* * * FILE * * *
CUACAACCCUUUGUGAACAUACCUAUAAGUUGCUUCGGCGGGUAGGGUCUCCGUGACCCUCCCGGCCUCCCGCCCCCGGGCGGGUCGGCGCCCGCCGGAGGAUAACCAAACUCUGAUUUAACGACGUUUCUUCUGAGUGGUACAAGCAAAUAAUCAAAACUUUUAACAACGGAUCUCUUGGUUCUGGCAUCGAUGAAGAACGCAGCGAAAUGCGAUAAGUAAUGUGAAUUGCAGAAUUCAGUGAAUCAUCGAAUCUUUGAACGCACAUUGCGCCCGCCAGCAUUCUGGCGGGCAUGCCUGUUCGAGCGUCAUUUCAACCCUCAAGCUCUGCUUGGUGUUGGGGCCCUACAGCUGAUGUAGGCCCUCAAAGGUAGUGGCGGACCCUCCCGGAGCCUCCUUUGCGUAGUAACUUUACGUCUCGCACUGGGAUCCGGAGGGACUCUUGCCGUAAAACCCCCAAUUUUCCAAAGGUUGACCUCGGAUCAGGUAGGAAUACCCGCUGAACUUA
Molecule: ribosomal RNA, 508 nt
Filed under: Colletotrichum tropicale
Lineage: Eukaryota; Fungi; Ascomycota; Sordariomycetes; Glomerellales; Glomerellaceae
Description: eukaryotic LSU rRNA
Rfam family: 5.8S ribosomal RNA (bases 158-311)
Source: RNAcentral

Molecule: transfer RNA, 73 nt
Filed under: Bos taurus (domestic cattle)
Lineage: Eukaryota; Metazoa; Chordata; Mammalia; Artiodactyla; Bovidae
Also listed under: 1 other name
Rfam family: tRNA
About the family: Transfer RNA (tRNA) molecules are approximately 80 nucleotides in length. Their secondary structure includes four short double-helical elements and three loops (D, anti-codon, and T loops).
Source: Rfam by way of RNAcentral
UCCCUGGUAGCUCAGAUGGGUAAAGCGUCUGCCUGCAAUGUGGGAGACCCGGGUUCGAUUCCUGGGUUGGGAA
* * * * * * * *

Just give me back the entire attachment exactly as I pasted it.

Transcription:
CUACAACCCUUUGUGAACAUACCUAUAAGUUGCUUCGGCGGGUAGGGUCUCCGUGACCCUCCCGGCCUCCCGCCCCCGGGCGGGUCGGCGCCCGCCGGAGGAUAACCAAACUCUGAUUUAACGACGUUUCUUCUGAGUGGUACAAGCAAAUAAUCAAAACUUUUAACAACGGAUCUCUUGGUUCUGGCAUCGAUGAAGAACGCAGCGAAAUGCGAUAAGUAAUGUGAAUUGCAGAAUUCAGUGAAUCAUCGAAUCUUUGAACGCACAUUGCGCCCGCCAGCAUUCUGGCGGGCAUGCCUGUUCGAGCGUCAUUUCAACCCUCAAGCUCUGCUUGGUGUUGGGGCCCUACAGCUGAUGUAGGCCCUCAAAGGUAGUGGCGGACCCUCCCGGAGCCUCCUUUGCGUAGUAACUUUACGUCUCGCACUGGGAUCCGGAGGGACUCUUGCCGUAAAACCCCCAAUUUUCCAAAGGUUGACCUCGGAUCAGGUAGGAAUACCCGCUGAACUUA
Molecule: ribosomal RNA, 508 nt
Filed under: Colletotrichum tropicale
Lineage: Eukaryota; Fungi; Ascomycota; Sordariomycetes; Glomerellales; Glomerellaceae
Description: eukaryotic LSU rRNA
Rfam family: 5.8S ribosomal RNA (bases 158-311)
Source: RNAcentral

Molecule: transfer RNA, 73 nt
Filed under: Bos taurus (domestic cattle)
Lineage: Eukaryota; Metazoa; Chordata; Mammalia; Artiodactyla; Bovidae
Also listed under: 1 other name
Rfam family: tRNA
About the family: Transfer RNA (tRNA) molecules are approximately 80 nucleotides in length. Their secondary structure includes four short double-helical elements and three loops (D, anti-codon, and T loops).
Source: Rfam by way of RNAcentral
UCCCUGGUAGCUCAGAUGGGUAAAGCGUCUGCCUGCAAUGUGGGAGACCCGGGUUCGAUUCCUGGGUUGGGAA